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My First World Ranking

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jason
Collegiate recruits practicing the swim exit on Friday before the race (photo: Erik Pedersen).
About a week and a half ago now I made my season debut at the Clermont ITU Pan American Cup in Florida. I turned pro last October and did just one ITU race in 2011, making Clermont the beginning of my first professional season. I had worked hard all winter, especially in the pool, in anticipation of this race. I knew I was prepared, but was still a bit apprehensive going into it.

Would all the early mornings and yards in the pool pay off? (I would say "countless yards," but the truth is I can account for each and every yard I swam in the last few months... training log addict? Perhaps.) What if I was still minutes down to the leaders out of the water, like I was in Myrtle Beach in October? All that time and commitment would feel like a waste. And what about the bike and run? In addition to all the swimming, I have coaching and graduate school commitments as well. There isn't much time left over for the other two — certainly not as much as I would like.

All of this was really coming to a head after I had done my swim warm up and I was standing on the white, sandy beach next to my competitors. I saw Barb Lindquist and we briefly chatted about the swim start. Talking about the madness that was to likely ensue in the shallow waters of Lake Louisa didn't calm my nerves any. But just before I took off to line up for the start, she said, "Jason, have fun out there." A light switched on. I'm out here to have fun! From that point on the glass was half full and I was ready to go.

When the starter's horn sounded, everyone dove into the "woman's thigh" depth water, as Dustin McClarty described it in the pro meeting the day before. Most began with dolphin dives, some ran a few strides; others stuck with the ole front crawl. I chose to dolphin dive for a while and was happy to see that, even 30" into the race I still had a clear sight of the buoy with no one in front. As the water got a bit deeper, we all began swimming. Now I was in the thick of things, with arms and legs flailing all around me. This continued around both buoys and as we headed back for home. It was a little exhausting dealing with so much contact in the water, but I was motivated knowing that if there were so many people around me, I must be swimming in a pack!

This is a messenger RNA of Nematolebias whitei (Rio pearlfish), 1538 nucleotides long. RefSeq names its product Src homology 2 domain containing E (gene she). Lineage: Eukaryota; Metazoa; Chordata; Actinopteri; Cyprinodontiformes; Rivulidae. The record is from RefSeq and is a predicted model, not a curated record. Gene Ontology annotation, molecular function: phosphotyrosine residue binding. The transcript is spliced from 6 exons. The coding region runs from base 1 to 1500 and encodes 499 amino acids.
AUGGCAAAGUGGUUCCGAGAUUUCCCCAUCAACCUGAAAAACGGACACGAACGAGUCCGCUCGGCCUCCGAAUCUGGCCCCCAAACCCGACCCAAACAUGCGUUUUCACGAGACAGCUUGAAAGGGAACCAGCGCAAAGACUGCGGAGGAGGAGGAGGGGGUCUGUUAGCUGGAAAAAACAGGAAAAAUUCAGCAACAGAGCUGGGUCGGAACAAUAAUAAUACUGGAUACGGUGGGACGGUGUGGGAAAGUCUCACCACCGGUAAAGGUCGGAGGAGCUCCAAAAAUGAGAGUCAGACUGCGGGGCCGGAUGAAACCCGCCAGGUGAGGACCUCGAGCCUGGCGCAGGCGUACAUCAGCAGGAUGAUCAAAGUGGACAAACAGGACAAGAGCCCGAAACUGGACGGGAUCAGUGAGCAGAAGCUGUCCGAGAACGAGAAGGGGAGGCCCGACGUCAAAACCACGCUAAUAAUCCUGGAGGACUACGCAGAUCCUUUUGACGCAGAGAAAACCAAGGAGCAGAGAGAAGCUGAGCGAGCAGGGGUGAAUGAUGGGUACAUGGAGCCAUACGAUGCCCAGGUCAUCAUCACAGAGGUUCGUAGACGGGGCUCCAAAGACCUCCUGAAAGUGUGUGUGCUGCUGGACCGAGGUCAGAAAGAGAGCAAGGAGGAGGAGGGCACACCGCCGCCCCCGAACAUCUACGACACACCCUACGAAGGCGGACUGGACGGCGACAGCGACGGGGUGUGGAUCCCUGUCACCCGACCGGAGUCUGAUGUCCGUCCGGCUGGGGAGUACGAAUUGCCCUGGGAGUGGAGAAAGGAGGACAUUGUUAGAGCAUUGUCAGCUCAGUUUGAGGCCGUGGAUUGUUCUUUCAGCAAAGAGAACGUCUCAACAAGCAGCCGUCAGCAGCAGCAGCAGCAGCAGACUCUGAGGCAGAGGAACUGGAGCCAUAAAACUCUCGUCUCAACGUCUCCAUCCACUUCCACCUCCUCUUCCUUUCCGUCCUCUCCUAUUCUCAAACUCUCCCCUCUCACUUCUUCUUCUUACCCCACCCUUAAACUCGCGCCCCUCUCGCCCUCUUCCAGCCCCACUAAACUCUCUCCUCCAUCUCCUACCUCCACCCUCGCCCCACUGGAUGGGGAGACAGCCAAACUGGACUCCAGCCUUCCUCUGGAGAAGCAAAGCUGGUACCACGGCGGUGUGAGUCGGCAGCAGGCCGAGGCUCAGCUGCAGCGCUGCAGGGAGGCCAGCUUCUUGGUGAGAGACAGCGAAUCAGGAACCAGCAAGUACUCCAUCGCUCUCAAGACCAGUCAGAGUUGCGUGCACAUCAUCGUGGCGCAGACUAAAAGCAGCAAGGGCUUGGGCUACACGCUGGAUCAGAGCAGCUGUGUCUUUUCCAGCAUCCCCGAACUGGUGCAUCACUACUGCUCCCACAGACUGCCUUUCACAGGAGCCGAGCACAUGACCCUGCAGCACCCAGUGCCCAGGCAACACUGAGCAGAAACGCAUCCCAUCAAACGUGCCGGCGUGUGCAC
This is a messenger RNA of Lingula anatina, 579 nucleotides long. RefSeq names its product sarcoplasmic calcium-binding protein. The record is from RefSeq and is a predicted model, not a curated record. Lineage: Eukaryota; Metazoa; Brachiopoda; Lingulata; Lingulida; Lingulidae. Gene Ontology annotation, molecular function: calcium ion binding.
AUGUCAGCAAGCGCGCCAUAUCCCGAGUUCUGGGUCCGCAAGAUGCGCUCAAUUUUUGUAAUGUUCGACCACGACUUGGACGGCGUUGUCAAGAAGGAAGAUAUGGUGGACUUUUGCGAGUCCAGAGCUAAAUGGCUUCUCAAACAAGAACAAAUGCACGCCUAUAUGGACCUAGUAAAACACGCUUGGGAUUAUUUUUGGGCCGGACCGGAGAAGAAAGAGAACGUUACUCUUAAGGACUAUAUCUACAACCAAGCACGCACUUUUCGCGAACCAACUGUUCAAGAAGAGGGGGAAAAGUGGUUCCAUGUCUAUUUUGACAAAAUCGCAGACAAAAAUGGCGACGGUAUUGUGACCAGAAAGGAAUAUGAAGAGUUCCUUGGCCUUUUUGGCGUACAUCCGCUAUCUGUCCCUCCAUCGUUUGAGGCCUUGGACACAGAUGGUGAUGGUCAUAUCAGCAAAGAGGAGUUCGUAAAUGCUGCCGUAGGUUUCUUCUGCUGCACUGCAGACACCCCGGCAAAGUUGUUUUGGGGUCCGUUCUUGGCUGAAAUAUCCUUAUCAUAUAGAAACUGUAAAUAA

jason
Leading the chase pack (photo: Erik Pedersen).
150-200 meters out people went back to their best combo of dolphin dive/swim/run. My heart rate was through the roof! I felt like I was finishing up the last 400 meters of a cross country race with that uncomfortable feeling you get in your stomach when that lactic acid is really pumping. When I finally hit the beach, there was a small gap ahead and I knew if I didn't close that up before T1 Barb would really let me have it. I did my best Usain Bolt and closed the gap before T1, put on my helmet and took off with my bike. (No 15" helmet penalty this time!)

Onto the bike I hammered away on top of my shoes. I passed a few guys right away that were still heaving and hoeing from the swim exit and found two guys to sit on to get my feet in my shoes. Once they were in, I attacked again and continued to move up the road. Eventually, a lead pack of about 22 or 23 guys formed with a 30" gap to my group of 12. Before the race I talked with my coach Ian Murray about being less aggressive on the bike. I did a good job of sharing the lead with three or four other riders, but I was still itching to get in a breakaway and catch the lead pack. After a couple laps I heeded Ian's advice, and just concentrated on taking good, strong pulls and staying in the top-4 of the bunch.

jason
Heading to the finish (photo: Erik Pedersen).
Coming into T2 I did a much better job of holding my position and not letting all the guys that just sat in the whole ride pass me. Once again I had a fairly smooth transition and was onto the run. In my last few races, I have had issues with my hamstring cramping, so this time I started out a bit more conservatively. Still, I found myself running through the group I came off the bike with. Unfortunately, there was a rather large gap between me and the next guys, and it took until 1500m left in the run to begin to pass guys from the lead pack. With a little over 1 km remaining I was in 21st place. I knew top-20 score ITU points, so I looked up the road and saw a few bodies. I threw in a little surge and was able to pass three guys. Great, I'm in 18th! There was one more just up the road, Mathew Sharp of the Great Britain, the 2011 U23 World Champion. I thought he would put up a good fight, so I surged hard again. To my surprise, he didn't respond and I was able to cruise in the last 50m in 17th place.

I was thrilled to earn my first ITU points which puts me on the world ITU points list. You are reading the blog of the world's 335th ranked ITU triathlete.  I will chisel away at that number as the season goes in hopes of adding a bit more street cred to my writing. Think of all the Twitter followers I will have if I'm ranked in the top-200! My next chance to do that will be in June and the Dallas ITU Pan American Cup. Until then, a lot more swimming, biking and running, and a little more writing.

P.S. Happy Pi Day to all the math and engineering nerds!

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